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Percutaneous Laser Disc Decompression (PLDD)

What exactly is PLDD?

Percutaneous Laser Disc Decompression is an efficient, safe and cost-effective way to treat herniated intervertebral discs and some other medical conditions.

PLLD means Percutaneous Laser Disc Decompression. We call a medical procedure percutaneous, when a part of the body or organ is accessed through the skin, with the help of a fine needle rather than through a larger cut made with a scalpel.

L stands for laser, indicating that during this type of surgery laser is used to treat a condition – in this case to vaporize the nucleus pulposus in the disc space of your spine.

Disc decompression is – as the name suggests – a process where they pressure in the affected area is released to reduce pain.

What are the symptoms of a herniated disc?

Leg, arm, neck and lower back pain

If the herniated disc is in the neck, pain can radiate into the shoulder and arms. Pain can also occur in the arms and legs when the patient coughs or moves his/her spine into certain positions.

If the herniated disc is located in the lower back, it can cause intense pain in the buttocks and thigh.

Tingling or numbness

People who have a slipped disc often feel tingling or numbness in the affected body part.

Weakness

Muscle weakness is a result of pressure on the spinal cord.

Disc degenerations
Disc degenerations

When is disc decompression necessary?

  • If you suffer from severe back or neck pain because of a herniated disc
  • If you have pain that has not responded to several weeks of conservative treatment such as drugs and physical therapy

What are the benefits of Percutaneous Laser Discectomy?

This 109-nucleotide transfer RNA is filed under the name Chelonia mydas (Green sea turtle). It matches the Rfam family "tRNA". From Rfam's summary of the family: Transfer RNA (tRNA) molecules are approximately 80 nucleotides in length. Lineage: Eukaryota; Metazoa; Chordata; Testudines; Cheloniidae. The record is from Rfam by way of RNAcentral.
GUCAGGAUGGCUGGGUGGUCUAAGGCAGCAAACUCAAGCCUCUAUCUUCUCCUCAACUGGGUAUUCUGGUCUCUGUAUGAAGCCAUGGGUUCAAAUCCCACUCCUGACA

• minimally invasive outpatient procedure
  • no need for general anesthesia
  • short surgical procedure
  • no cutting and scarring involved
  • shorter recovery period and faster rehabilitation
  • low complication rate
  • high success rate
  • immediate improvement after surgery

What to expect during the procedure?

Percutaneous Laser Disc Decompression is performed under local anesthesia.

The steps of PLDD

  • During the surgery, a hollow needle is inserted into the herniated disc under X-ray
  • Once the needle is in the right position, the surgeon inserts a laser fiber through it, into the center of the nucleus pulposus (the central part of the intervertebral disc).
  • Laser energy then vaporizes the contents of the nucleus pulposus. It creates a partial vacuum which removes the herniation from the nerve root. As a result, there is an immediate reduction in compression and pain. In most cases PLDD surgery takes less than an hour.

How long does it take to recover?

After the procedure, patients can return home on the same day. 24 hours of bed rest is recommended. Most patients can go back to their work within a week. Patients who do physical work have to wait a little longer, until full recovery which takes about six weeks.